Sortee sound designer Philip T.B.C.: “Music production is a hard work”

Philip T.B.C.

Music and sound effects in Sortee are by drum’n’bass DJ and producer Philip T.B.C. who was, for example, an opening act for the famous Prodigy. Although Philip is a musician with over 14 years of experience, Sortee was his first game project he worked on. “Until now, I only made music the way I wanted. Contract work is different and I wanted to try it and it was great experience.” Enjoy the interview with a great producer and a legendary DJ.

Filip, Sortee is your first gaming project. What is your relationship to games?

You are right, this was my first job related to games, and it was great experience. I’m a “big boy”, but like every man I’m essentially still a child in my mind, and so I enjoy games. Our whole life is basically a big game, and one needs to stay on top of things.

What attracted you most about the collaboration?

I like exploring new things, and this looked interesting. Until now, I only made music the way I wanted and didn’t care whether anybody liked it. Contract work is different; I wanted to try it. In the end, it was fine, no run-ins and stress. I wish this were always the case with everybody 🙂

Your music style is generally rather rough, while the music in Sortee is a nice ambient dub. Was it a difficult change?

It’s true that as a DJ, I tend to play harder pieces; however, in my production I move between various styles and various degrees of hardness. I just like good music, no matter if it’s drum’n’bass, reggae or pop. 

Is it a big difference to make music for yourself and for a commercial project? Is your way of work different in any way?

There was definitely a difference, but not as striking as I expected. It also depends on who you make the music for. With Sortee, it was totally smooth, communication worked fine, and when we agreed on what we actually wanted, it was all about time and “nursing” the tracks to our satisfaction.

Do you have your own recipe for composing good music? Do you have some rituals in the studio to make it work? 

Philip@work

I wish I had such a recipe. Each track is an original; sometimes it’s a great pain, and you end up wiping out the whole project after six hours of work, and other times it’s a piece of cake. Unfortunately, the first scenario is more common, so it’s mostly time-consuming. Once I didn’t comprehend how anybody could be recording an album for two years, for example. Now I fully understand it; you really spend hundreds of hours in the studio. Even though it doesn’t seem so, music production is a hard work. Concerts or DJ performances are just icing on the cake, as a reward for the hours in the studio. But the most important thing is doing what you enjoy, so I have absolutely nothing to complain about.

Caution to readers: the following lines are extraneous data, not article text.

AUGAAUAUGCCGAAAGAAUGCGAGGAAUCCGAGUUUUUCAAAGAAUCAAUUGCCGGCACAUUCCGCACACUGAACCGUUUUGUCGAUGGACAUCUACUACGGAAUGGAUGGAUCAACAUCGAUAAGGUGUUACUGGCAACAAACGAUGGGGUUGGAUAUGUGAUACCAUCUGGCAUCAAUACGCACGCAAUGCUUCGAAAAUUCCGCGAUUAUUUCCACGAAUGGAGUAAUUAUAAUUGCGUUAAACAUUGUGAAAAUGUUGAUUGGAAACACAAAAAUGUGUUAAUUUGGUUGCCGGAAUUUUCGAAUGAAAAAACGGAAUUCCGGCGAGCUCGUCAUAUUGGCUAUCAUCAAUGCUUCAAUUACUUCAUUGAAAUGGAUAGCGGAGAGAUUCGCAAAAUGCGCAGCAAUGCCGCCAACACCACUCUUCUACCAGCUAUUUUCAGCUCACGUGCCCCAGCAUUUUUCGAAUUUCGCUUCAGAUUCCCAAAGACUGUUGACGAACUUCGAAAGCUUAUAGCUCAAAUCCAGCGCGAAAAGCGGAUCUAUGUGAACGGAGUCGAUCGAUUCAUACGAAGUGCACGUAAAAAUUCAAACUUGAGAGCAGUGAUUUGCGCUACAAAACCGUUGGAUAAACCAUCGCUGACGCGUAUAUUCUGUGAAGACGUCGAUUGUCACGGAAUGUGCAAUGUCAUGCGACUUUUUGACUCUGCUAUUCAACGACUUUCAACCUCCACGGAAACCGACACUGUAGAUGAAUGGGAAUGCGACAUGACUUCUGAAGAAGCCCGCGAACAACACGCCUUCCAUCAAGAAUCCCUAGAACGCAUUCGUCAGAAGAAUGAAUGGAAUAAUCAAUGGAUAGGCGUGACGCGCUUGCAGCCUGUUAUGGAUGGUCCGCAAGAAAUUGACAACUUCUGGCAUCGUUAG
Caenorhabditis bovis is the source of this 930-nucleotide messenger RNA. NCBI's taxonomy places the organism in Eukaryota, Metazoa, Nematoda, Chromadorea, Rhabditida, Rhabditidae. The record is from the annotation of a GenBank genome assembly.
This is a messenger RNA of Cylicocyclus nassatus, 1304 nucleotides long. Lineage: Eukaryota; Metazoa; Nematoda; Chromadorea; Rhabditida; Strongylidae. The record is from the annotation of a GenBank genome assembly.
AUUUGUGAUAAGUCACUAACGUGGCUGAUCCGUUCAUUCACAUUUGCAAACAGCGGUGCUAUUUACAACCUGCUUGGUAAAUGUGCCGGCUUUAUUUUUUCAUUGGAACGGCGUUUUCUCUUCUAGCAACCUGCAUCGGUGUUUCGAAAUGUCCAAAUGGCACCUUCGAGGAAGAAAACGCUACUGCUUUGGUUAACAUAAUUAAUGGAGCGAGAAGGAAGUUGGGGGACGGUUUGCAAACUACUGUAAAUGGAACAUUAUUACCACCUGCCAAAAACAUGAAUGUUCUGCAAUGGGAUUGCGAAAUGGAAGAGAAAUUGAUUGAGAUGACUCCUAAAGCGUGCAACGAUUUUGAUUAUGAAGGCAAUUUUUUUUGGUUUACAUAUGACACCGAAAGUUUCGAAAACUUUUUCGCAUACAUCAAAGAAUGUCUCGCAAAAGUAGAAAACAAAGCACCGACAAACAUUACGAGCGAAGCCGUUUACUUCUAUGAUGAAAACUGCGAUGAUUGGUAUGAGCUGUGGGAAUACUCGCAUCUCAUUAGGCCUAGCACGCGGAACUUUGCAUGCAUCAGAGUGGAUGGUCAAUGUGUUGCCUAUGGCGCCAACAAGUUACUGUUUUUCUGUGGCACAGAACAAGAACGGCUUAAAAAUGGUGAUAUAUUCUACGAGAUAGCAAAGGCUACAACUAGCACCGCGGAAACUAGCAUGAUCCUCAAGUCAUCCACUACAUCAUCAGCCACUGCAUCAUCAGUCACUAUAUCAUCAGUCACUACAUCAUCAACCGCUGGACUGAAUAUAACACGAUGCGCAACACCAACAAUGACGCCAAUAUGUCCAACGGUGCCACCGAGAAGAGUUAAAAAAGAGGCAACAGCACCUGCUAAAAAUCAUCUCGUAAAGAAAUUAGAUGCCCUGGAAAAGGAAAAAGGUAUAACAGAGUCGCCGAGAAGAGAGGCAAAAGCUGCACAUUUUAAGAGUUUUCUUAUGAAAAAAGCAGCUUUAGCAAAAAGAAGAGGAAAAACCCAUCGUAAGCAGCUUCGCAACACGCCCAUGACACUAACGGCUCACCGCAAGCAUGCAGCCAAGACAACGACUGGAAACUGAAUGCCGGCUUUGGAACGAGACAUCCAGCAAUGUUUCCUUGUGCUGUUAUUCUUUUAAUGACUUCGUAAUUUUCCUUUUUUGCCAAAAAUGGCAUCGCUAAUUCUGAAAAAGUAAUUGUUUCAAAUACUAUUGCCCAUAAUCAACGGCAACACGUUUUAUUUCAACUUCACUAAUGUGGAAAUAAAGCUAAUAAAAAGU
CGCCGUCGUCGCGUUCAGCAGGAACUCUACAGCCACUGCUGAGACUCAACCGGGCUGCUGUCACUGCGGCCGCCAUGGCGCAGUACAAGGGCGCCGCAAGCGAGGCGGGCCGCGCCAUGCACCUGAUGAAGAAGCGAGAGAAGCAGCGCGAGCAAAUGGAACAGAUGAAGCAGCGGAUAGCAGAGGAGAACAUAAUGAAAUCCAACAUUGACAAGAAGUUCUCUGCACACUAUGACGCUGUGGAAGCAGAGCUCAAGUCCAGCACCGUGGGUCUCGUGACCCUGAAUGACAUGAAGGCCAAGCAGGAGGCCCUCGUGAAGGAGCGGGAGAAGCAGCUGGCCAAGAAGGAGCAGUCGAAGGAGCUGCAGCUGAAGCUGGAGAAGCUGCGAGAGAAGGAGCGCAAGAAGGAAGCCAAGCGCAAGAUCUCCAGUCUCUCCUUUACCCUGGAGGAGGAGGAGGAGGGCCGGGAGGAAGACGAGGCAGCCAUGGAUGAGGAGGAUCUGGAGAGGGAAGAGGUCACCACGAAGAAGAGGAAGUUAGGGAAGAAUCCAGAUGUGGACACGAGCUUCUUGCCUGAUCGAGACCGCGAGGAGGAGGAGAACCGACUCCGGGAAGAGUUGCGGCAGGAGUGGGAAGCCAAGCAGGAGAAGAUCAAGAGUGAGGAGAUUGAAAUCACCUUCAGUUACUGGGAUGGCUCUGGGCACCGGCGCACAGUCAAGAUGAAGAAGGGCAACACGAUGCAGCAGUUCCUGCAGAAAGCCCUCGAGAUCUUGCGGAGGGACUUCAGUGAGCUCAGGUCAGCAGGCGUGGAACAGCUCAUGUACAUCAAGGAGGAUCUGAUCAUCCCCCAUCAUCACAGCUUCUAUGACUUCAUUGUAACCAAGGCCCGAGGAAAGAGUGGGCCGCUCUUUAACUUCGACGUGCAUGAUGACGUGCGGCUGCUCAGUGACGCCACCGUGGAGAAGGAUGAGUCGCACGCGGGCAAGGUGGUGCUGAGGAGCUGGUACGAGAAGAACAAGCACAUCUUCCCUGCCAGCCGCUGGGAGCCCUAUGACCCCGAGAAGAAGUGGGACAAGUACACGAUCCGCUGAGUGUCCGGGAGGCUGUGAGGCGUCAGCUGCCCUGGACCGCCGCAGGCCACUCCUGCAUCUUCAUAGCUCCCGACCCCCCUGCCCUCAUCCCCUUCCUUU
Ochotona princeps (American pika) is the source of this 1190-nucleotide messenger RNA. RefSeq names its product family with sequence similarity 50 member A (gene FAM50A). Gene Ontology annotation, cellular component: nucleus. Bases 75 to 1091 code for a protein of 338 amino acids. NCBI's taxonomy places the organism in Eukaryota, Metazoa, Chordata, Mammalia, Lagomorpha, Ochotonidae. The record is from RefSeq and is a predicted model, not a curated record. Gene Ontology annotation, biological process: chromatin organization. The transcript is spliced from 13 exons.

What do you consider your greatest achievement to date and where would you like to get?

My greatest achievement is that I keep making music and having fun with it. Then there are partial achievements that made me happy at that moment. For example, an invitation by the Prodigy to be their opening act. Or DJ Shadow appreciating my tracks. I wanted to jump two meters high at that moment, because he’s been my idol for more than 15 years. Also a personal meeting with DJ Krush, people’s respect at concerts and parties, releasing two albums. But also waking up in the morning and being able to get up, having a place to live and something to eat. I’ve travelled around the world quite a bit and seen lots of poverty, so I really appreciate what I’ve got. And where would I like to get? Every little success is a success, and my work is to make people happy, so what else can I wish for 🙂

Filip, many thanks for the great collaboration which we enjoyed tremendously. Thanks for the interview, and keep having fun with your work.


www.PhilipTBC.com – free tracks, mixes, videos

http://www.facebook.com/pages/Philip-TBC/55972720770 – facebook fan page

http://www.youtube.com/user/philiptbc?feature=mhee  – youtube channel

http://soundcloud.com/philiptbc – free album/music

Show CommentsClose Comments

Leave a comment